In July 2012, on the occasion of the 50th anniversary of the Association for Computational Linguistics (ACL), a special workshop was devoted to “issues related to preserving, analysing and exploiting the scientific heritage of the ACL”. Spurred by this event, a community effort emerged, aiming to provide the full ACL Anthology as a high-quality corpus with rich markup, following the TEI P5 guidelines. The goals of this initiative are threefold: (a) to provide a shared resource for experimentation on scientific text; (b)to serve as a basis for advanced search over the ACL Anthology, based on textual content and citations; and, by combining the aforementioned goals, (c)~to present a showcase of the benefits of natural language processing to a broader audience.
This community effort, dubbed the ACL Anthology Corpus (AAC), continues the tradition of projects like the ACL Anthology Reference Corpus (ACL ARC), ACL Anthology Network (ANN), or the ACL Anthology Searchbench (ACL ASB).
As of mid-2012 at least, AAC is in its early stages in many respects. This page aims to provide a stable on-line access point to AAC-related information, launched at the time of the 2012 Annual Meeting of the ACL.
For the time being, this page has been redirected into the wiki of the DELPH-IN community (whose members stand behind the ACL Anthology Searchbench). However, for long-term validity, please always refer to the canonical URL for the AAC initiative as: http://www.delph-in.net/aac/.
The 2012 Contributed Task
The main idea behind what was called a Contributed Task at ACL 2012 was to combine techniques from Optical Character Recognition (OCR) and ‘native’ text stream extraction from born-digital PDF documents, to let alternate approaches complement each other and aim for the creation of a rich XML format. This method would rely on OCR exclusively only in cases where no born-digital PDFs are available—in case of the ACL Anthology mostly papers published before the year 2000.
Details on specific sub-tasks and examples of challenges to high-quality text and format extraction from the ACL Anthology, for the time being, remain available from the ACL 2012 pages. However, we expect to migrate all relevant information and files to a more permanent communication infrastructure (see below), hence please monitor this page for updates.
Although many of the subtasks sketched above did not find volunteers in this round, the 2012 Contributed Task, in our view, is an on-going, long-term community endeavor. Results to date, if nothing else, confirm the general suitability of (a) using TEI P5 markup as a shared target representation and (b) exploiting the complementarity of OCR-based techniques (Schäfer & Weitz, 2012), on the one hand, and direct interpretation of born-digital PDF files (Berg, et al., 2012), on the other hand. Combining these approaches has the potential to solve the venerable challenges that stem from inhomogeneous sources in the ACL Anthology—e.g. scanned, older papers and digital newer papers, generated from a broad variety of typesetting tools.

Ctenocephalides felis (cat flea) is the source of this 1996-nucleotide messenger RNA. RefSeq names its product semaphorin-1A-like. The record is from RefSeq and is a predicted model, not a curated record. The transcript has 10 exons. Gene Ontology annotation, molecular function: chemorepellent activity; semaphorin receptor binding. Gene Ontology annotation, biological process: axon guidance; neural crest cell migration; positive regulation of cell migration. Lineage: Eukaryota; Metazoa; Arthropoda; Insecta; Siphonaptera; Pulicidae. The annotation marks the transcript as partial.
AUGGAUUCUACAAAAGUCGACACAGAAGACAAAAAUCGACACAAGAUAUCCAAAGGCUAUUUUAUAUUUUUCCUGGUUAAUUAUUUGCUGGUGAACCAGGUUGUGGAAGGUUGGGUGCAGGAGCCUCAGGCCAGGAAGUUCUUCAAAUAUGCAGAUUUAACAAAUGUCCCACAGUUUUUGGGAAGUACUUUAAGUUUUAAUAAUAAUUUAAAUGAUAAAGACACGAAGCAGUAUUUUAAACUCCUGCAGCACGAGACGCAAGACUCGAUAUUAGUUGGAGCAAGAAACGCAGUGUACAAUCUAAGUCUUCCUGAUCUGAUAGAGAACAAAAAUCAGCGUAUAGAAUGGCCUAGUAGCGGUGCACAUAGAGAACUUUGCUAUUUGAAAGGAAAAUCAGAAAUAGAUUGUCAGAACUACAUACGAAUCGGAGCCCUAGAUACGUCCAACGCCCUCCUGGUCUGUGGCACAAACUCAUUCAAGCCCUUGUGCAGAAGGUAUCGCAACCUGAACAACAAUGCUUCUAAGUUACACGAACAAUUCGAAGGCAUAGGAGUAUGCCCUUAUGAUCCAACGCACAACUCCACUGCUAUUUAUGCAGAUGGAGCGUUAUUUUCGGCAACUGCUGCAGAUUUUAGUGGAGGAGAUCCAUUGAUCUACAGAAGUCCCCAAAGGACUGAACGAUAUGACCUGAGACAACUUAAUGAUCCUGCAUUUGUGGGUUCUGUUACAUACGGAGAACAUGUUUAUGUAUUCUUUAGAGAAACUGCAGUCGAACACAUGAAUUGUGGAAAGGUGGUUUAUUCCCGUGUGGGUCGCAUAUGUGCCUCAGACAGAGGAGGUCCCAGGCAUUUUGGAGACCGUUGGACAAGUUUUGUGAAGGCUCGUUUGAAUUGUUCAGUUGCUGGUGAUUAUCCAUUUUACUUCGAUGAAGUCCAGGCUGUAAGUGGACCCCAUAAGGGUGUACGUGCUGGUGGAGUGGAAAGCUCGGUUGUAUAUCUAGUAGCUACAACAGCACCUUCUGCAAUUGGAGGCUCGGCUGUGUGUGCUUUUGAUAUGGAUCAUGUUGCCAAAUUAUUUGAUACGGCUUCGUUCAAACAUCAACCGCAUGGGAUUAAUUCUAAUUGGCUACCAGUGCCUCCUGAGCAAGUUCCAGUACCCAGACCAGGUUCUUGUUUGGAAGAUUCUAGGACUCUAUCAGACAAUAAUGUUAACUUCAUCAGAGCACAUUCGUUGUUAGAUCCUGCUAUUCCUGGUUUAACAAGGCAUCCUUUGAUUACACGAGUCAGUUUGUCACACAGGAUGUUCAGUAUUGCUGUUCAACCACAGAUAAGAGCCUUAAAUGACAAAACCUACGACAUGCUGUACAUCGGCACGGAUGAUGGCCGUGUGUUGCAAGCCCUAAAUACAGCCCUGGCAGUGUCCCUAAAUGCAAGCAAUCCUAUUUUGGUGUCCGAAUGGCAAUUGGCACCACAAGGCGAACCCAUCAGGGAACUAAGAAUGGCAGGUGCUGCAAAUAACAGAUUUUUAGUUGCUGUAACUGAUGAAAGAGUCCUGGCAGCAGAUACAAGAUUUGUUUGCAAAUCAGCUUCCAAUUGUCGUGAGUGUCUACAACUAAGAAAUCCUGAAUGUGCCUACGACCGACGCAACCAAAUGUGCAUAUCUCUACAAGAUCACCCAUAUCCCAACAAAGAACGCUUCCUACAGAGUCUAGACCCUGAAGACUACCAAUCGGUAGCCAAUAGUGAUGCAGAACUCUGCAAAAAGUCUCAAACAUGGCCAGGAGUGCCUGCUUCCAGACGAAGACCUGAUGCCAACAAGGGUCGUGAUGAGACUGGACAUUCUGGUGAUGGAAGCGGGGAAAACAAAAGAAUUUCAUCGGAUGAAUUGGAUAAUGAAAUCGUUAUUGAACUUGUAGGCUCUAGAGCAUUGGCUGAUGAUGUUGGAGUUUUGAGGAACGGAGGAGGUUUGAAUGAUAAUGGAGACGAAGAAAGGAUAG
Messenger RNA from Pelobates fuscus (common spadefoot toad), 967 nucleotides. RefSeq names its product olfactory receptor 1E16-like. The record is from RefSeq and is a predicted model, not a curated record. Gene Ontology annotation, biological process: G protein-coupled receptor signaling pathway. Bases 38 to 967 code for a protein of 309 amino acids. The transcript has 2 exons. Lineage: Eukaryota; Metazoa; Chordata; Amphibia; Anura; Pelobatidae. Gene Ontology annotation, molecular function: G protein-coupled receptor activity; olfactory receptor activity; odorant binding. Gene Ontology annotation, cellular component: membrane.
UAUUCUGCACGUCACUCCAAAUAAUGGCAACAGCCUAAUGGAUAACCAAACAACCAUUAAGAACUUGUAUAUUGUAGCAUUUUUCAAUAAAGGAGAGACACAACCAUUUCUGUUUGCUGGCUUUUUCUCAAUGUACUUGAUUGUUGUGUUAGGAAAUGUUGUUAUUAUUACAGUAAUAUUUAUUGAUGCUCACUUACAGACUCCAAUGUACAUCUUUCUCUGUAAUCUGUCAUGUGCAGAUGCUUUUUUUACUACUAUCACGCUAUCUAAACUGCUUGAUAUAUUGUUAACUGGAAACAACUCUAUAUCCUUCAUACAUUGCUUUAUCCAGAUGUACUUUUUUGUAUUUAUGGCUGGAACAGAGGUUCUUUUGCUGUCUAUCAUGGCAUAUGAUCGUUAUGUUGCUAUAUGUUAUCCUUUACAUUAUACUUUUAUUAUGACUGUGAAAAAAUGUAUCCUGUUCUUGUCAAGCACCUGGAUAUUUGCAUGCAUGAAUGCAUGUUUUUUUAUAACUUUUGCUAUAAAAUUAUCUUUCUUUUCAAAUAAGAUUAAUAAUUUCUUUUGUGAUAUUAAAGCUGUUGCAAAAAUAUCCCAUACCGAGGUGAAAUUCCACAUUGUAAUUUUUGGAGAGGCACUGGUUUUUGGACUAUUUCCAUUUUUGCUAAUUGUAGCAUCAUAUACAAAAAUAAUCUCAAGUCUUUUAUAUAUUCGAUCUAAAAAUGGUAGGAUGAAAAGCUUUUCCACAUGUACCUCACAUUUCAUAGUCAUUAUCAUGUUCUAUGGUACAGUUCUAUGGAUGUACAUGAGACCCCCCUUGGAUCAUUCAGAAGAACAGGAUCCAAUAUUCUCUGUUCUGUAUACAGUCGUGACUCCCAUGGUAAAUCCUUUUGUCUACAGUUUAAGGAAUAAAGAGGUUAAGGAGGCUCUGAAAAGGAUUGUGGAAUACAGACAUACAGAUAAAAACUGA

However, as of mid-2012 there still is no ready-to-use, high-quality corpus that could serve as a shared starting point for a broad range of Anthology-based NLP activities. In fact, we remain slighly ambivalent about our recommendations for utilizing the current state of affairs and expected next steps—as we would like to avoid much work getting underway with a version of the corpus that we know is unsatisfactory. Further, obviously, versioning and well-defined release cycles will be a prerequisite to making the corpus useful for comparable research, as discussed by Bird, et al. (2008).
In a nutshell, we see several possible avenues forward. For the ACL 2012 Contributed Task, we collected various views on the corpus data (as well as some of the source code used in its production) in a unified SVN repository. Following the open-source, crowd-sourcing philosophy, we make this repository openly available to all interested parties for future development (seel below), further augmenting it with support infrastructure like, for example, a mailing list and shared wiki.
At the same time, our experience from the past months suggests that it is hard to reach sufficient momentum and critical mass to make substantial progress towards our long-term goals, while contributions are limited to loosely organized volunteer work. A possibility we believe might overcome these limitations would be an attempt at formalizing work in this spirit further, for example through a funded project (with endorsement and maybe financial support from organisations like the ACL, ICCL, AFNLP, ELRA, or LDC). To decide on the way forward, we will solicit comments and expressions of interest during ACL 2012, including of course from the R50 workshop audience and participants in the Contributed Task.
All supporting files (documents and software) for the AAC initiate are distributed through a shared Subversion (SVN) repository. For read-only access, please use a command like the following:
svn co http://svn.delph-in.net/aac/trunk aac
Note that the repository, in mid-2012, contains some 55,000 files, so please allow adequate time (between ten minutes and a couple of hours, depending on network throughput) for the initial checkout.
Use of SVN is intended to ease the creation of stable release snapshots or development branches for individuals or groups of collaborating developers. To gain write access to the repository, please contact Stephan Oepen.
In case you would like to participate in on-going and future AAC-related efforts, please contact Ulrich Schäfer.
To receive updates on the ACL Anthology Corpus initiative, please subscribe to our (very low-traffic) mailing list.